Opioid treatment in southern Colorado top priority at legislature

Posted at 5:45 PM, Jan 14, 2019

COLORADO- The top priority in Colorado’s Senate this legislative session focuses on a growing issue across the nation and the state: the opioid epidemic.

In 2017, state lawmakers approved funding to allocate money in Routt and Pueblo counties for medication assisted treatment (MAT).

Through grant programs, it expanded access for treatment and gave experience to nurse practitioners and physician assistants.

In Pueblo county, one of the groups that benefited included Colorado Treatment Services- where they see more than 200 patients at a time in its Pueblo facility.

With many people walking away with success stories, it’s captured the attention of the lawmaker who created the original bill in 2017: newly elected Senate President Leroy Garcia.

In Garcia’s opening day remarks, he noted the importance of addressing the opioid epidemic. Saying the General Assembly needed to look at ‘solutions that build on the steps that we have taken to address the opioid epidemic by making greater investments in programs that have a proven track record for success.’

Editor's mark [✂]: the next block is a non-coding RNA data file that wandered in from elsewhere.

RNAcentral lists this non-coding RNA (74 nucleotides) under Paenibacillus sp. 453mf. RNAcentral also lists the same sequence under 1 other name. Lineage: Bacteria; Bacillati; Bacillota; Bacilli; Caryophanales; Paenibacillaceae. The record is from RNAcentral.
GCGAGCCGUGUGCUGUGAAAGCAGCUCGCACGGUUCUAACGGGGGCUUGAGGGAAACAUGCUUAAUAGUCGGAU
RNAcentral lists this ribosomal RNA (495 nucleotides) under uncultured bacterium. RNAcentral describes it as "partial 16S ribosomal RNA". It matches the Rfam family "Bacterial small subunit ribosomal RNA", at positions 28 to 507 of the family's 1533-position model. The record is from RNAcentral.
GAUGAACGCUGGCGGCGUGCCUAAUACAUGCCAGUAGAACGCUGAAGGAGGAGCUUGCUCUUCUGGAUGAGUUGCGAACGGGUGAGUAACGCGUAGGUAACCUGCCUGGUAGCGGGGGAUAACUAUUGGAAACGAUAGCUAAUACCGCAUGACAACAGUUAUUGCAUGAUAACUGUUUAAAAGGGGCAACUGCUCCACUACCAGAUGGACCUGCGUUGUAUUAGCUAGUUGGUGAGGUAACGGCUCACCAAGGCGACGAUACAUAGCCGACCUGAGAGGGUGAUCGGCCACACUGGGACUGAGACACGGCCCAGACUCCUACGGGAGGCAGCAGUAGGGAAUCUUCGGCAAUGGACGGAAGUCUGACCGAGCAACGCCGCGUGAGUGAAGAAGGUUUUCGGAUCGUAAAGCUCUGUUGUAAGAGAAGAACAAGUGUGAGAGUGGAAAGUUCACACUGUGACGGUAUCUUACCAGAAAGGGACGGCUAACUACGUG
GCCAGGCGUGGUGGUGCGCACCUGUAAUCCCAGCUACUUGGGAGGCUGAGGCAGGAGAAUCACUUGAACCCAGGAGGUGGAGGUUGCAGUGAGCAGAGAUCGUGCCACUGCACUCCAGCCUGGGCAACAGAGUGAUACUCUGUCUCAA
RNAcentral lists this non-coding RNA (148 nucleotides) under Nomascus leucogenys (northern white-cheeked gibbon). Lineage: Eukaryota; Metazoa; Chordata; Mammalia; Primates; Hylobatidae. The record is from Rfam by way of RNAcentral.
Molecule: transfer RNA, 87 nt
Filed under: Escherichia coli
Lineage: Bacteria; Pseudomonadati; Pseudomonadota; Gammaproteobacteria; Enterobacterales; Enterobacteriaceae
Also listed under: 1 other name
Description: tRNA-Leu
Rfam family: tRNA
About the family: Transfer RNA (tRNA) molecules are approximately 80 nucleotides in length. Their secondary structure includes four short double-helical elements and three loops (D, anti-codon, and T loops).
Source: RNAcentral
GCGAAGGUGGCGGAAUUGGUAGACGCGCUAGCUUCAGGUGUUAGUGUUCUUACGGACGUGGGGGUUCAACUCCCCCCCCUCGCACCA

Moments later, the first bill of the session was announced as an extension of the programs already in Pueblo county, sponsored by Pres. Garcia.

The bill addresses the need for medication assisted treatment in the San Luis Valley, identifying Alamosa, Conejos, Costilla, Custer, , Huerfano, Mineral, Rio Grande, and Saguache counties.

In Pueblo county, workers at facilities such as Colorado Treatment Services believe their programs are effective because they utilize MAT and mental health resources.

‘More and more research shows that this particular approach to treatment is much more sustainable long-term,’ said Clinton Nicholson, Clinical Specialist with Colorado Treatment Services.

Nicholson oversees the patients that come into the center’s in Pueblo, Colorado Springs, and Greeley.

He says seeing the improvement of the patients, is rewarding ‘it’s a complete take-back, again people have really owned their lives, they’ve reengaged with their families, they’ve reengaged with their friends, they’ve reengaged by starting paths to education, but most importantly they’ve reengaged with themselves.’

Additionally, the center’s Executive Director, Perla Ramirez-Groothuis. says there’s a growing need throughout the state and often times they see people traveling all across the state to come to its facilities.

‘It’s getting worse just given the amount of young individuals that are coming into treatment,’ said Ramirez-Groothuis.

For Nicholson, who received his Masters degree in Alamosa- he says he sees the need for more treatment programs in the San Luis Valley.

‘It’s a very isolated area, I think isolated areas often become under served populations,’ said Nicholson.

Additionally, this past Saturday experts met in Huerfano county to discuss the need for resources in the area.

Something lawmakers recognize. According to the bill being discussed this session, Heurfano county saw more overdose deaths than anywhere else in the state, with 6 overdose deaths.